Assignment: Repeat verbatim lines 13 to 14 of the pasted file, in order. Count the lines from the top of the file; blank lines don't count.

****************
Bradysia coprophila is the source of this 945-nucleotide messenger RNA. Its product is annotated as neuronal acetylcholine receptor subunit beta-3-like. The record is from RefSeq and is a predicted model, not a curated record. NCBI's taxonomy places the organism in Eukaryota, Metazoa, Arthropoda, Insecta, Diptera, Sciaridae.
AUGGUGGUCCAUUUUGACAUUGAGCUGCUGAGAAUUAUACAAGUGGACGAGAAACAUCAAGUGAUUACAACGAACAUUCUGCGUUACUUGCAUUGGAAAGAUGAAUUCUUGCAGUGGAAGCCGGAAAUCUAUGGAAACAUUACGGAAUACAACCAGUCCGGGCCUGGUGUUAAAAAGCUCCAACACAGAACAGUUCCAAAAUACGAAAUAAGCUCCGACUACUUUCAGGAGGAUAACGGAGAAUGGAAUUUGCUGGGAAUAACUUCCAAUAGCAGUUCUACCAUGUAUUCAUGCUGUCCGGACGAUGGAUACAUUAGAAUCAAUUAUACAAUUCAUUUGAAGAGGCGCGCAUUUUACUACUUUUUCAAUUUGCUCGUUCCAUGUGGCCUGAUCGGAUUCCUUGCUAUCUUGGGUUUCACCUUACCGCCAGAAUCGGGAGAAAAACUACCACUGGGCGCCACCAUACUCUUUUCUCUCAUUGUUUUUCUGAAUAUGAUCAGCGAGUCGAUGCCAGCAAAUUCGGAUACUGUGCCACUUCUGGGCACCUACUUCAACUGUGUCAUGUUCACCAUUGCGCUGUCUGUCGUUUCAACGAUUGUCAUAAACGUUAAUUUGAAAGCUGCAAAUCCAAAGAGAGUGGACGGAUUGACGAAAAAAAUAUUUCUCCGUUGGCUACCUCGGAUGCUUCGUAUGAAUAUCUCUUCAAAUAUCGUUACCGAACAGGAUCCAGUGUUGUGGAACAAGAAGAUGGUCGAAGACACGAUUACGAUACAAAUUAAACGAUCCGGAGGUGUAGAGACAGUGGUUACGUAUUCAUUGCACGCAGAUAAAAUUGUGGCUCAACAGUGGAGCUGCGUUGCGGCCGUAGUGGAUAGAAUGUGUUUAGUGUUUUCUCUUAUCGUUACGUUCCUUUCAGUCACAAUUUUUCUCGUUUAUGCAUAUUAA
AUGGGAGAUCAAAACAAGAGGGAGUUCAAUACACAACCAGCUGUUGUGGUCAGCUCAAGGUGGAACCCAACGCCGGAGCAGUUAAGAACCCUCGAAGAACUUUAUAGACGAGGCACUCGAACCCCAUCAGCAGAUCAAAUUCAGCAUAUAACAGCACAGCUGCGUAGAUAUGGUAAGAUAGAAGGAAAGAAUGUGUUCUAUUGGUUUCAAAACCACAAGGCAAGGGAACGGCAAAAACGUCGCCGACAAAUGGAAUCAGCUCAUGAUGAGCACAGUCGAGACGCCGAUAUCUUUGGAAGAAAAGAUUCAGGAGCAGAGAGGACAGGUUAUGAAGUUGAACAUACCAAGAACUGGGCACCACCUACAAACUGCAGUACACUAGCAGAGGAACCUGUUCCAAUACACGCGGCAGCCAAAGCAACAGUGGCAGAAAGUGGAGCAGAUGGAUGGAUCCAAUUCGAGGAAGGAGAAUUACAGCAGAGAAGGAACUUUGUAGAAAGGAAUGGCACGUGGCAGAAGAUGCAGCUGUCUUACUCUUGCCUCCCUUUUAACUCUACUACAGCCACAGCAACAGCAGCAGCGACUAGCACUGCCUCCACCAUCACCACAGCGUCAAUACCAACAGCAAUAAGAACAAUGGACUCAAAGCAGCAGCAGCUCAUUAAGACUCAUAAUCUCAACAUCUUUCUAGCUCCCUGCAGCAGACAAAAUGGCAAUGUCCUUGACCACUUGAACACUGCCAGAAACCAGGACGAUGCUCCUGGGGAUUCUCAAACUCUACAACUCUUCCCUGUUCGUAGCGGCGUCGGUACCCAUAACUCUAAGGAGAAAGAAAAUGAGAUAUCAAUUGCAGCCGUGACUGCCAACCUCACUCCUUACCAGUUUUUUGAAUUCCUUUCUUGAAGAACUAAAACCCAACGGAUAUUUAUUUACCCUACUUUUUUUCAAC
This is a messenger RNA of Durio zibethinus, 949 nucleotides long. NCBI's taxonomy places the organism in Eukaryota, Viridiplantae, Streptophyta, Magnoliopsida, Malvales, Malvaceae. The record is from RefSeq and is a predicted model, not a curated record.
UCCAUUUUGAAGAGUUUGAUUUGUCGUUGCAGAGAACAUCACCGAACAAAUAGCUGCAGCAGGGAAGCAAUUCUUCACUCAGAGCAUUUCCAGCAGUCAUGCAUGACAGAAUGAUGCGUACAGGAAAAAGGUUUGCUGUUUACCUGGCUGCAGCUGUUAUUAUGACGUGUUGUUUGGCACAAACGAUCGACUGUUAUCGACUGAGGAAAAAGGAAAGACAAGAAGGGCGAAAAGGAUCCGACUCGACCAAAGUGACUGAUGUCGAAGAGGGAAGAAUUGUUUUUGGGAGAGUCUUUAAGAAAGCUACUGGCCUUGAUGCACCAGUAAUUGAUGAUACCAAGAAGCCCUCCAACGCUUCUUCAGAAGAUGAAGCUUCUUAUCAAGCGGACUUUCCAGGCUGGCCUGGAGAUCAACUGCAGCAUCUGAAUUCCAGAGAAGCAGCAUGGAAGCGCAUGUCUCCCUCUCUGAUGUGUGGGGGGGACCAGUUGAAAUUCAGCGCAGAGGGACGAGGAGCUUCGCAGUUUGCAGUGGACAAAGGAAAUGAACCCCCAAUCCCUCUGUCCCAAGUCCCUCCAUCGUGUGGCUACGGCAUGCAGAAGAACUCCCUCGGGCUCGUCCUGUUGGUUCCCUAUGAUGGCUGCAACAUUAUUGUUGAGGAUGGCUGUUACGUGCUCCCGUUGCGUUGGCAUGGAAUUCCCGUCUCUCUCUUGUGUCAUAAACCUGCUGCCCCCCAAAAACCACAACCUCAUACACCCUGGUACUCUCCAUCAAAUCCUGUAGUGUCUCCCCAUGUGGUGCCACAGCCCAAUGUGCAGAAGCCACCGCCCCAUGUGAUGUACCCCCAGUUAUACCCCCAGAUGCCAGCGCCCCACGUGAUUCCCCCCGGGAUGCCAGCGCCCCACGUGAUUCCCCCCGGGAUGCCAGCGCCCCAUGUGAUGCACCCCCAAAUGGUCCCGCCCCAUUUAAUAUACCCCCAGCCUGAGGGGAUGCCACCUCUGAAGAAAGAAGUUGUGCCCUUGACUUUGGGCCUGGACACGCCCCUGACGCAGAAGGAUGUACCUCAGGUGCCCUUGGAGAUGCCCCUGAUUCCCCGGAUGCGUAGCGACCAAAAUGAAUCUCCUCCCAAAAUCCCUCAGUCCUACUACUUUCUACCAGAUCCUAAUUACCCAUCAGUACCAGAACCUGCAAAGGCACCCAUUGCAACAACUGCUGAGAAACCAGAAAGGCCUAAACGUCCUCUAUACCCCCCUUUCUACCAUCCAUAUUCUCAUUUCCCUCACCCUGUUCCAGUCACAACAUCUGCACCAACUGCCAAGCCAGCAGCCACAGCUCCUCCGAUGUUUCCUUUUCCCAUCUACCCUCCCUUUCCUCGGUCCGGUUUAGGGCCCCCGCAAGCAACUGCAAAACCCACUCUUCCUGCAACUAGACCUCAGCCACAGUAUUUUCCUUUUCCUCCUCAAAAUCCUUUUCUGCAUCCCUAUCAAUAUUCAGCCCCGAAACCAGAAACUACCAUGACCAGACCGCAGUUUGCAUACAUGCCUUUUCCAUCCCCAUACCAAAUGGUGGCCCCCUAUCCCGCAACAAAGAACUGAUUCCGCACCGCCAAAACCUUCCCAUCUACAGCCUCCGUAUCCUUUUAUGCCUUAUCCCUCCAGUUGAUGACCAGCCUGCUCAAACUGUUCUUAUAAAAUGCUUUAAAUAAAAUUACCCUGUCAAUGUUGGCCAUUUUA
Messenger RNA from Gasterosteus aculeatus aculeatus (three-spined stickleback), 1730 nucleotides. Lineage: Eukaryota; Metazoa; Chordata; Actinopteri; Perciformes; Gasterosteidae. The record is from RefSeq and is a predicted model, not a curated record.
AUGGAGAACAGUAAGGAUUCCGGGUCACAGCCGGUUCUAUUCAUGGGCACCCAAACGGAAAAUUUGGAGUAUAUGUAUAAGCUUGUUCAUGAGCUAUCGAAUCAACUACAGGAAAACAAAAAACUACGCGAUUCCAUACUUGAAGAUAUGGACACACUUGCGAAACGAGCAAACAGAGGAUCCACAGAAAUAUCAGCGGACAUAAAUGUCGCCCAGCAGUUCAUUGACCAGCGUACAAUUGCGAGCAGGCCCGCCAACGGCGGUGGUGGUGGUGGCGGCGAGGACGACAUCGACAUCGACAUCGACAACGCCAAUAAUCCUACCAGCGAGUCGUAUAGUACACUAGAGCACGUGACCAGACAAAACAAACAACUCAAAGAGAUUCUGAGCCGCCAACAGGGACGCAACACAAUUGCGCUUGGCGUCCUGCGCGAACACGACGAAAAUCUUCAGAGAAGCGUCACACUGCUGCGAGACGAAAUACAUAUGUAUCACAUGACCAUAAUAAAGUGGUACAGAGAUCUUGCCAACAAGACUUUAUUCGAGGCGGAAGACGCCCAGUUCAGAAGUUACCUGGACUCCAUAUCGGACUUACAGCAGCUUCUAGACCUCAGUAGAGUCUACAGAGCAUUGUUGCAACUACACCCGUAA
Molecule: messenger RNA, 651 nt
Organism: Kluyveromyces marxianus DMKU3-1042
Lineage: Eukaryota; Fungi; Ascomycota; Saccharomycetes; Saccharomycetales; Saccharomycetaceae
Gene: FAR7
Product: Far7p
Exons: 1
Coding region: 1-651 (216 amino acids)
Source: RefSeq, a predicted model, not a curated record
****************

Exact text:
Exons: 1
Coding region: 1-651 (216 amino acids)